READ the NAFB’s National Ag News for Tuesday, February 21st…

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READ the NAFB’s National Ag News for Tuesday, February 21st…

Senate Confirms Trump EPA Chief

The U.S. Senate Friday confirmed the nomination of Oklahoma Attorney General Scott Pruitt to lead the U.S. Environmental Protection Agency. On a mostly party-line vote of 52-46, Republicans in the Senate pushed the nomination through, allowing Pruitt to become the next EPA Administrator. The vote followed an overnight rally by Senate Democrats in an effort to delay the vote until next week, after 3,000 some emails between Pruitt and the fossil fuel industry are set to be released. The New York Times says Democrats, environmental groups and even current EPA employees have harshly criticized Pruitt’s record of fighting the mission of the agency he will now lead. Pruitt is welcomed, however, by many agriculture groups because of his opposition to the EPA’s Waters of the U.S. rule and other regulations.

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Mexico Looking at Argentina, Brazil, for Yellow Corn

Mexico is turning its attention to South America, given uncertainty over U.S. President Donald Trump’s trade policies. Mexico’s agriculture minister last week announced he would lead a business delegation to Argentina and Brazil to explore buying yellow corn from the two nations. The trip was attributed to an effort to consider lessening Mexico’s dependence on the United States, according to Reuters. Exact dates have yet to be set, but Mexico confirms the trip will happen within the next 20 days, and Mexico could explore quotas and changing the tariff regime for imports from South America if needed. The announcement follows a threat to retaliate against the U.S. by a Mexican Senator who is considering legislation to direct the country not to buy corn from the United States. The threats stem from Mexico’s opposition to a President Trump proposal to build a border wall and impose a 20 percent import tax on Mexican goods to cover the cost and the consideration of renegotiating the North American Free Trade Agreement.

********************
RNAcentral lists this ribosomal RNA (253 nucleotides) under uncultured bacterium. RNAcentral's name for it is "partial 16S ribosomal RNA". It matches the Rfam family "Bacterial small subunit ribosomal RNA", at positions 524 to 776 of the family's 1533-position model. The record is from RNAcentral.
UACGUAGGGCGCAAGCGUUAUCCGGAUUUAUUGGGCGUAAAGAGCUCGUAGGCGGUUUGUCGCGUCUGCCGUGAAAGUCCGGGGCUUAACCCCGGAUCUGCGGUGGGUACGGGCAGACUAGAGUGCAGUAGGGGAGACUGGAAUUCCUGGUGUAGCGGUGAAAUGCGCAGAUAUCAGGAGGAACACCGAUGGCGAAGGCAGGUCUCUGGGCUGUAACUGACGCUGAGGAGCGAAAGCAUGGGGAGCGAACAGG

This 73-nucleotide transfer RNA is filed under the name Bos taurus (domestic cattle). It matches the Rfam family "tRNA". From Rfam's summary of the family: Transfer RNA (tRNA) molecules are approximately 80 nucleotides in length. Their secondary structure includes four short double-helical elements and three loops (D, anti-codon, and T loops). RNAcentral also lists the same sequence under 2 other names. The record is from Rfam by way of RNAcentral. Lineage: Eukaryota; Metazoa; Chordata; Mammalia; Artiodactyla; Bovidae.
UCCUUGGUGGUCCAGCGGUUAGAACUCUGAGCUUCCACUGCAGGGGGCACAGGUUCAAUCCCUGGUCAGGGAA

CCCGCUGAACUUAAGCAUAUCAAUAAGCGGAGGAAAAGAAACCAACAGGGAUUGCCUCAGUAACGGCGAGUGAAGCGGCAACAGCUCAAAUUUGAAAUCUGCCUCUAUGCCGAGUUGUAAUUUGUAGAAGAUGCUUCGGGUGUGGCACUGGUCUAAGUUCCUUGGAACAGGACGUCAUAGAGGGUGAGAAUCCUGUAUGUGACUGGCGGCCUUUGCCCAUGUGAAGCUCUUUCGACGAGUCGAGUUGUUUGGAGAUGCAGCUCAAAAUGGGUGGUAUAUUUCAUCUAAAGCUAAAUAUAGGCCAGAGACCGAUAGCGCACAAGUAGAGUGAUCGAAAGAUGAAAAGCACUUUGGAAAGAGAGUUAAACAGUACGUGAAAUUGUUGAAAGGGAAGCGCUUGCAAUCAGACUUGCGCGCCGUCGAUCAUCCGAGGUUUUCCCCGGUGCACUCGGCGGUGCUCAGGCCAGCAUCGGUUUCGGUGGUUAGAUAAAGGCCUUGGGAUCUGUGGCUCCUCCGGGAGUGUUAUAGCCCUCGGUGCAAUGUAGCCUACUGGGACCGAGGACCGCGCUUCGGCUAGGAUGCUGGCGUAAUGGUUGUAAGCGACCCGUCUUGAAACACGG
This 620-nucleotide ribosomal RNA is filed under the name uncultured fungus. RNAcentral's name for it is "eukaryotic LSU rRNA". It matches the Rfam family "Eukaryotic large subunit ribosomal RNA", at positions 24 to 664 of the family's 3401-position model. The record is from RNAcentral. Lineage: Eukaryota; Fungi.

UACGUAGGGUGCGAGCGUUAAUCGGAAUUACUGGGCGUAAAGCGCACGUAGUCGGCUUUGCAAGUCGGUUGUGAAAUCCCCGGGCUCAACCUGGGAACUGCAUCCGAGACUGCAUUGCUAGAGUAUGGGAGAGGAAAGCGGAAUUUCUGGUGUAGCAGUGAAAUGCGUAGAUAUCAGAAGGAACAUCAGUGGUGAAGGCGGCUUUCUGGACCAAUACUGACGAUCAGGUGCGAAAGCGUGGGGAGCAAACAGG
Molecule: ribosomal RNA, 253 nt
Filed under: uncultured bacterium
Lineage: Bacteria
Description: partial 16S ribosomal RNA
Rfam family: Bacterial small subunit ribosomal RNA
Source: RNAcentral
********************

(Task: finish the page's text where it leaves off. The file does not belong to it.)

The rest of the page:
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Senate Agriculture Committee Holding Farm Bill Field Hearing

The Senate Agriculture Committee will hold its first farm bill field hearing this week in Kansas. The hearing, planned for Thursday at Kansas State University in Manhattan, Kansas, will feature testimony from a variety of agricultural producers, according to committee sources. Titled “Hearing from the Heartland: Perspectives on the 2018 Farm Bill from Kansas,” committee members will get an update on “what is working and what is not working in farm country,” according to Committee Chairman Pat Roberts, A Kansas Republican. The field hearing will follow the House Agriculture Committee’s pre-farm bill hearing last week. The Senate Agriculture Committee will live stream the hearing online at ag dot senate dot gov (www.ag.senate.gov). A time for the hearing had not been confirmed as of Friday afternoon.